Media coverage causes jury system malfunction

Many cases throughout the U.S. history have caused shock and upset as jury members decide the fate of those standing accused of heinous crimes like kidnap, rape, and murder.  But only those within the community who were directly affected and it spread within a limited capacity via local newspapers. Now with the media covering hot cases and giving viewers all over the world minute by minute updates on what’s happening, some people become so enthralled in cases they have emotional attachments even if they have no real life attachments. These attachments along with the media coverage makes it extremely hard for a jury member of these hot cases to objectively do their job of convicting or freeing an individual without any emotional connection, for fear of backlash from the community. Examples can be clearly seen through a few of the most widely covered cases in the past few years.

The Casey Anthony case was one of the most shocking. Despite large amounts of evidence pointing straight at Anthony for the death of her two-year-old daughter Kaylee Anthony, the jury found her not guilty on any counts. This enraged people all over the U.S. and Anthony was forced to hide when she was set free. In a way she is forced into a prison, but just not the kind of prison that would have given her daughter justice. There was also the collateral damage as many of the jury members also had to go into hiding after receiving numerous death threats for letting Anthony walk.

Then we come to Jodi Arias, a woman who was accused of stabbing her boyfriend, Travis Alexander, over 27 times, shooting him in the face, and finally slashing his throat. Her antics on-camera while incarcerated enraged thousands who devoted weeks and even months to watching her. In some interviews she stated “no jury would convict me” and how her relationship with Alexander was “fatal attraction.” Fortunately after months of witnesses, testimonies, and evidence, the jury took only 15 hours to determine her guilty, and less than three to find it an especially cruel murder. However the real head turner came when the jury was deciding her fate, life or death. The jury came back after only a day of deliberating and declared that they could not come to a unanimous decision and ended in a hung jury. Later interviews with a few jury members showed mixed emotions towards Arias and a few felt that they could just not give her death. Many say they fell victim to her ‘pretty face,’ others feel that the four out of eight members who could not give her death lied when they said that they could on the initial interviews. Either way, the case was put in limbo as the prosecution scrambles to get a new jury and start the penalty phase all over again. We won’t be hearing again about Ms. Arias for several months. If the case ends up with a hung jury again, then it goes to the judge to sentence her but the option of death for Alexander’s especially cruel murder 100 percent off the table.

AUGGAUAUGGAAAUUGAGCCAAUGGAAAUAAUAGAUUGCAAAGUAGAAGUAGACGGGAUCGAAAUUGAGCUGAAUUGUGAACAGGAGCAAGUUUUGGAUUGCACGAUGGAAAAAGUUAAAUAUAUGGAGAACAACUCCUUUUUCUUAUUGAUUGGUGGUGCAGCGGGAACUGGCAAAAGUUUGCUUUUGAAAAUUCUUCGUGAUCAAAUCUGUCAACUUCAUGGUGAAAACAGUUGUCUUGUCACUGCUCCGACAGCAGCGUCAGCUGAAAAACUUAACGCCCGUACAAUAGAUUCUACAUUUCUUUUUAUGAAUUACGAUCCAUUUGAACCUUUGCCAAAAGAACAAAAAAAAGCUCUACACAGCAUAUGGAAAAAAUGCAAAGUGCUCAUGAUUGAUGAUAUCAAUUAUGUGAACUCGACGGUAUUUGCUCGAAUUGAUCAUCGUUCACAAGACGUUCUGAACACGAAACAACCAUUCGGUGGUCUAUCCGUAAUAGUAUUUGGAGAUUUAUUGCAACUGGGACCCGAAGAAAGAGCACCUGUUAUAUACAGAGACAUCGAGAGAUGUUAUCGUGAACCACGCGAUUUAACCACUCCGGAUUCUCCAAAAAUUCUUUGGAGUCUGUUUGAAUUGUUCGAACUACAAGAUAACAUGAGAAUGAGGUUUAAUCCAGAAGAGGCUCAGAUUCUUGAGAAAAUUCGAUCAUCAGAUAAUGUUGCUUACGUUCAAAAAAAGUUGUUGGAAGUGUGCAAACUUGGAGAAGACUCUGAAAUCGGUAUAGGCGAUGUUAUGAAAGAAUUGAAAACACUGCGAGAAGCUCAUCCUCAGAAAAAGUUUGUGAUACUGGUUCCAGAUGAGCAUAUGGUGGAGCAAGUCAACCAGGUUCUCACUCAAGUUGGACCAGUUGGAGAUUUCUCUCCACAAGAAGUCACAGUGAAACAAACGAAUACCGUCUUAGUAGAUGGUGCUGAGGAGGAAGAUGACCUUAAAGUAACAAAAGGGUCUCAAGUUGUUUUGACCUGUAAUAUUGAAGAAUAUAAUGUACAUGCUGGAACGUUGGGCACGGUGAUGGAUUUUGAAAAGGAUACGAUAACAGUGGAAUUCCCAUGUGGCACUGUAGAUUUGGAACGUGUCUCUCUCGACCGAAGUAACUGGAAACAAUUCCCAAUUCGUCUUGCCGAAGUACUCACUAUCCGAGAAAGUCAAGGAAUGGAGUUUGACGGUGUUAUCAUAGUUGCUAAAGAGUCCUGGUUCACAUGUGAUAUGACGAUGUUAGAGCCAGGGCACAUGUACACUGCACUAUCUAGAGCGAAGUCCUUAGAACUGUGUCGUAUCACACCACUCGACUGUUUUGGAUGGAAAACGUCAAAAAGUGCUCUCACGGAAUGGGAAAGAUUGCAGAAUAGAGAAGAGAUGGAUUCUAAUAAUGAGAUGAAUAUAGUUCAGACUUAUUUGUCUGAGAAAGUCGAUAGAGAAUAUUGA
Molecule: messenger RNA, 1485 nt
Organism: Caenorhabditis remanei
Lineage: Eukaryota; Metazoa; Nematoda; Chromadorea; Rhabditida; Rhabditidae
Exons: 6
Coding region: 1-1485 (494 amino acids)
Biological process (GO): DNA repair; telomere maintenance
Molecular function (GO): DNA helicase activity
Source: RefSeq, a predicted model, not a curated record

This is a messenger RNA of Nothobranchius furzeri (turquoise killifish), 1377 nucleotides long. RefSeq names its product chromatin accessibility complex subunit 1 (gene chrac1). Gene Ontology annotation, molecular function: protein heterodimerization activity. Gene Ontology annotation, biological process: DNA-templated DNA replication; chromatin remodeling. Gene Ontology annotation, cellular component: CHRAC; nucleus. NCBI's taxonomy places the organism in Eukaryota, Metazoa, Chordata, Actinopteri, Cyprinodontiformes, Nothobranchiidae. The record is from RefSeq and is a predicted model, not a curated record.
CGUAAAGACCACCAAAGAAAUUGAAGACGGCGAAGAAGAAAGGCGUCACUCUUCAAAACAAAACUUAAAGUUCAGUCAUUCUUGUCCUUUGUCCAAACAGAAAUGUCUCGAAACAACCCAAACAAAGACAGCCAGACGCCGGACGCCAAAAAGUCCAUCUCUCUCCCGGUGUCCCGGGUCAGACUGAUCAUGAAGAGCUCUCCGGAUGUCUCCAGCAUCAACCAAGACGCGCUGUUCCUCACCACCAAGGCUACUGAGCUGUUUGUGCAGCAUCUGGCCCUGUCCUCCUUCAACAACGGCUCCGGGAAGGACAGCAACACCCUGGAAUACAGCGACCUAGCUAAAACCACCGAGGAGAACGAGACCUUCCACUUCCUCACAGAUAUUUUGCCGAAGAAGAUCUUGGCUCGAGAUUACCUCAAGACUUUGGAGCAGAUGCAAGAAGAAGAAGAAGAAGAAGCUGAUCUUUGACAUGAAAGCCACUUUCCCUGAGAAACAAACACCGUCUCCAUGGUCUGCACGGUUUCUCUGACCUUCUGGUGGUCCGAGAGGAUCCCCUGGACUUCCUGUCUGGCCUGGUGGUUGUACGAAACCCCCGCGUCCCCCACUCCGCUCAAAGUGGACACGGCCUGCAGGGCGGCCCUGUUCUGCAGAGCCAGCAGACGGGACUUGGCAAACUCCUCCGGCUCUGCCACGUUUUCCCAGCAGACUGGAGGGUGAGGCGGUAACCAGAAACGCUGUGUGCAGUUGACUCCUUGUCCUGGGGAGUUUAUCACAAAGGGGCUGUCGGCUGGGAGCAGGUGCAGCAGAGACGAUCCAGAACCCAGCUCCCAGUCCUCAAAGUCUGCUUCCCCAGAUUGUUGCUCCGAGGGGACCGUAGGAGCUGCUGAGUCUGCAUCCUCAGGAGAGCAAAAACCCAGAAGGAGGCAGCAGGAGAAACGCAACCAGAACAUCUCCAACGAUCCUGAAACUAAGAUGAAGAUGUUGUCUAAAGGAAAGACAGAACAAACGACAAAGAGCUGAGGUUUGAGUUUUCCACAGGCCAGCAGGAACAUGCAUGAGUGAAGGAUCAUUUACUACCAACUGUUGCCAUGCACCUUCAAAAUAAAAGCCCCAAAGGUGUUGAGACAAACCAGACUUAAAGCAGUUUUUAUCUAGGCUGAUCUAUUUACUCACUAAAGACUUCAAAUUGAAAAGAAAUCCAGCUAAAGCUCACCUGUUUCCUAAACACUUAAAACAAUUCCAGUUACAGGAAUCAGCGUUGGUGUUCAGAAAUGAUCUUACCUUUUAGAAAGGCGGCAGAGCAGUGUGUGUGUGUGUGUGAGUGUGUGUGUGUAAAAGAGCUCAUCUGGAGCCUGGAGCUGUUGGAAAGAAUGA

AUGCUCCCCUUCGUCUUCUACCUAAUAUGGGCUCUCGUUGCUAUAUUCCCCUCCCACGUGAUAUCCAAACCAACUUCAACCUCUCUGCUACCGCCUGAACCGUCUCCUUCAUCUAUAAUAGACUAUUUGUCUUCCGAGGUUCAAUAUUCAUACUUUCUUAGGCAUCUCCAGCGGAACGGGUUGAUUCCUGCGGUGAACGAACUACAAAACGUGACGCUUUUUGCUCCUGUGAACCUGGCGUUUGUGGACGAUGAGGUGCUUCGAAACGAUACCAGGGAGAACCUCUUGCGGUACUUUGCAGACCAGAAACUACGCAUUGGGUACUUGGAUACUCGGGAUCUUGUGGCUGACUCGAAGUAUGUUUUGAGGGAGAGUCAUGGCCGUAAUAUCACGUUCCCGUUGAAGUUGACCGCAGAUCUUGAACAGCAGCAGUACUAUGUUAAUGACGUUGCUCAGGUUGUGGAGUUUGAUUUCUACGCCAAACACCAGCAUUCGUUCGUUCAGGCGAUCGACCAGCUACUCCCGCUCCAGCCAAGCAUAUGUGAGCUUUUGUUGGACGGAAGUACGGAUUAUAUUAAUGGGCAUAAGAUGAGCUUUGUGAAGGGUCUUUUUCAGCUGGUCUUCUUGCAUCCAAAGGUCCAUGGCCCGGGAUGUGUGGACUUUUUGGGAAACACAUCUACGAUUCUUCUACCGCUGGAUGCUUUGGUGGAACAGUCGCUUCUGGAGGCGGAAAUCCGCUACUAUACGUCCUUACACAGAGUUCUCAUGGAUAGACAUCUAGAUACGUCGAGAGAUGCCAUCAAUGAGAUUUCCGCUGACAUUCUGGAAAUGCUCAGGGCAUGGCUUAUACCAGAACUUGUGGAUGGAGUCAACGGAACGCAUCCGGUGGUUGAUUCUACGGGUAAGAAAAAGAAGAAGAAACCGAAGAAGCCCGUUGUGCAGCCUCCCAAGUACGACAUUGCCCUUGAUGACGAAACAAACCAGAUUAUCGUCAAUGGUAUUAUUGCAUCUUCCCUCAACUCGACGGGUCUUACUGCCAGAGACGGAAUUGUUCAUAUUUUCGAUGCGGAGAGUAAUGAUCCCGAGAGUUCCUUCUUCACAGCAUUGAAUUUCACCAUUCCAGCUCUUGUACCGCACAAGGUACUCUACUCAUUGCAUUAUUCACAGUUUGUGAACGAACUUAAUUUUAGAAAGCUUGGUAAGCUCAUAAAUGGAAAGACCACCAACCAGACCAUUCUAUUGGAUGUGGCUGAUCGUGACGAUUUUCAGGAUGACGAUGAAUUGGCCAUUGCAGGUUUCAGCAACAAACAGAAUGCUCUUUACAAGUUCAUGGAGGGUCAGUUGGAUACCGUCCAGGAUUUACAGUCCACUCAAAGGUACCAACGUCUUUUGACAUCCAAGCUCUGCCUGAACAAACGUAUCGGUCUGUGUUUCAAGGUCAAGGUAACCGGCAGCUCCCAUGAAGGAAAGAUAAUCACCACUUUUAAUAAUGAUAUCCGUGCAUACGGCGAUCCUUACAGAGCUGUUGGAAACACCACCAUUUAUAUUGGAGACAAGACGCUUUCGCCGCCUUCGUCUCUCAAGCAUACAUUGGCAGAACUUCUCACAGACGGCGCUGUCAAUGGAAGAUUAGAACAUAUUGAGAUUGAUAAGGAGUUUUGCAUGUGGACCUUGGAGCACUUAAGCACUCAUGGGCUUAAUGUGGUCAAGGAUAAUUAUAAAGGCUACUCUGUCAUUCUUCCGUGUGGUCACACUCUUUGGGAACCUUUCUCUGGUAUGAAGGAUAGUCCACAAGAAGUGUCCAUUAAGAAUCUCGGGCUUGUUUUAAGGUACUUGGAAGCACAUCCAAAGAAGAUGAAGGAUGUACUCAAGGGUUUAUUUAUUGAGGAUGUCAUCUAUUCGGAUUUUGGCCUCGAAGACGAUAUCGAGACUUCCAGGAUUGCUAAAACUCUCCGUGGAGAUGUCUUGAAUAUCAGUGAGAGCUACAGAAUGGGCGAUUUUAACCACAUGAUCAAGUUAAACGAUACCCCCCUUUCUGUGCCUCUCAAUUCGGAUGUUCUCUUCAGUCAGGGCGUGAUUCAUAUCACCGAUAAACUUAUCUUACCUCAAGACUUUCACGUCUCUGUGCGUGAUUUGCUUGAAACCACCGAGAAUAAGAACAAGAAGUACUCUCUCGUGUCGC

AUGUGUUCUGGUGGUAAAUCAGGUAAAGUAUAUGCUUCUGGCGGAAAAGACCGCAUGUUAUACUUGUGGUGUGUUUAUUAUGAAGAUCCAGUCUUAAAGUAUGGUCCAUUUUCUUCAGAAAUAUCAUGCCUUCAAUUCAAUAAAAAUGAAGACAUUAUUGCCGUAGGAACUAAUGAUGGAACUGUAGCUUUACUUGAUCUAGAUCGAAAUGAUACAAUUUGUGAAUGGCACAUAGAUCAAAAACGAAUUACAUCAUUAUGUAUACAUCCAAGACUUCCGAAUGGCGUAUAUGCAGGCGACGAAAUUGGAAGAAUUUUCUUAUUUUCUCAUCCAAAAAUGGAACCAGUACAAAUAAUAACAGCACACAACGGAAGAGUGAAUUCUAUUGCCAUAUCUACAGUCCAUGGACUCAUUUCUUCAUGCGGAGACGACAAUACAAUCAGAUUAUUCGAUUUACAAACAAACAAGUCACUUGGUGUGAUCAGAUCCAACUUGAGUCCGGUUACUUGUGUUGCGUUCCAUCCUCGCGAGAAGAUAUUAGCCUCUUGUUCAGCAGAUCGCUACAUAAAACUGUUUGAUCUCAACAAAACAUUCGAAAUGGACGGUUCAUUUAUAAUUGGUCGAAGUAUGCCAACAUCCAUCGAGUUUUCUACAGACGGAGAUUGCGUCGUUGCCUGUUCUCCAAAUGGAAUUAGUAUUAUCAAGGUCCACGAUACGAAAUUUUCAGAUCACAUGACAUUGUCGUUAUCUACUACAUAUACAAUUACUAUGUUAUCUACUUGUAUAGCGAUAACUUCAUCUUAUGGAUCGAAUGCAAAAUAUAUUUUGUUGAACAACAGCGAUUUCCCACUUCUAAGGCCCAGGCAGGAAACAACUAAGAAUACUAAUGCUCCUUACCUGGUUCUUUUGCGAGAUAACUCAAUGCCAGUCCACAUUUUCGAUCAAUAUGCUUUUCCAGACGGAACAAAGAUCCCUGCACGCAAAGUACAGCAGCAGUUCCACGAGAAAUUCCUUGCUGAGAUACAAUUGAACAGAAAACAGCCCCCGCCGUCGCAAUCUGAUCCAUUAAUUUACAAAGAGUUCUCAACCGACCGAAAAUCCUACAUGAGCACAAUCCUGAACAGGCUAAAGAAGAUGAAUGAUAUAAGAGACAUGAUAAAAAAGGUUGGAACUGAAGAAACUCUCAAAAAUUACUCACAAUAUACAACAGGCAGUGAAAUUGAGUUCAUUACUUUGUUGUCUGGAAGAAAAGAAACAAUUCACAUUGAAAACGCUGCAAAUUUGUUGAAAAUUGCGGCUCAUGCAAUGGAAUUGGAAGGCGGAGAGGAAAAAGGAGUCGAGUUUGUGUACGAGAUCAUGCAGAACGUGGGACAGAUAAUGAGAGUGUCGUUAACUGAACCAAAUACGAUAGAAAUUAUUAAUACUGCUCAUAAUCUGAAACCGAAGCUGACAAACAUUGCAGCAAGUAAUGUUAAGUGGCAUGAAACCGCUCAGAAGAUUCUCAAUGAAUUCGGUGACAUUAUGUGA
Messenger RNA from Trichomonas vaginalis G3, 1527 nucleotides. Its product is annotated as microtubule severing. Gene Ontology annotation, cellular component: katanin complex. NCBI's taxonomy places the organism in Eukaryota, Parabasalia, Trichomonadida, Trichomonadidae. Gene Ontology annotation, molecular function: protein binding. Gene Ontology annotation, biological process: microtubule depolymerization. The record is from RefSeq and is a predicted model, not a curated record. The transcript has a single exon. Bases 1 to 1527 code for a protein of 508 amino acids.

Now, one of the major cases of the moment is George Zimmerman’s, a man accused of killing an unarmed teenager, Treyvon Martin. The facts in this case are so convoluted due to the extravagant media coverage it is almost hard to really determine what happened, but the only thing that people seem to care about is that Martin was black. Evidence shows he had THC in his sytem at the time of the incident and constantly talked about, and took part in, drugs and violence. However most of those who are really passionate about this case believe that it was only racial profiling of Martin by Zimmerman that was involved and nothing else. Zimmerman was obviously beaten as shown by photographic proof, but then he did disobey the 911 dispatcher and followed Martin. This case received a jury of six women, specified as five white and one Hispanic. The hope is that this jury can look away from the racial issue and look purely at the facts. But there is the potential backlash from the community that would pretty much torch and pitchfork the jury if they found Zimmerman not guilty purely on the fact that many in the general population feel race was the contending factor.

We cannot limit the media coverage of cases like this, but there has to be something that can be done to protect jury members from the potential repercussions. To guard them from people all over the world who want to raise hell because of their decision to convict or not convict. These people are ordinary citizens who just happened to be chosen for these cases, but they have to live in the fear that if they make the wrong decision they will no longer be safe in their own communities because everyone knows who they are. They can no longer look at the facts and must take into account what waits for them after their decision is made. It is the simplest form of self-preservation and it makes for a flawed jury system and the media scrutiny can be blamed.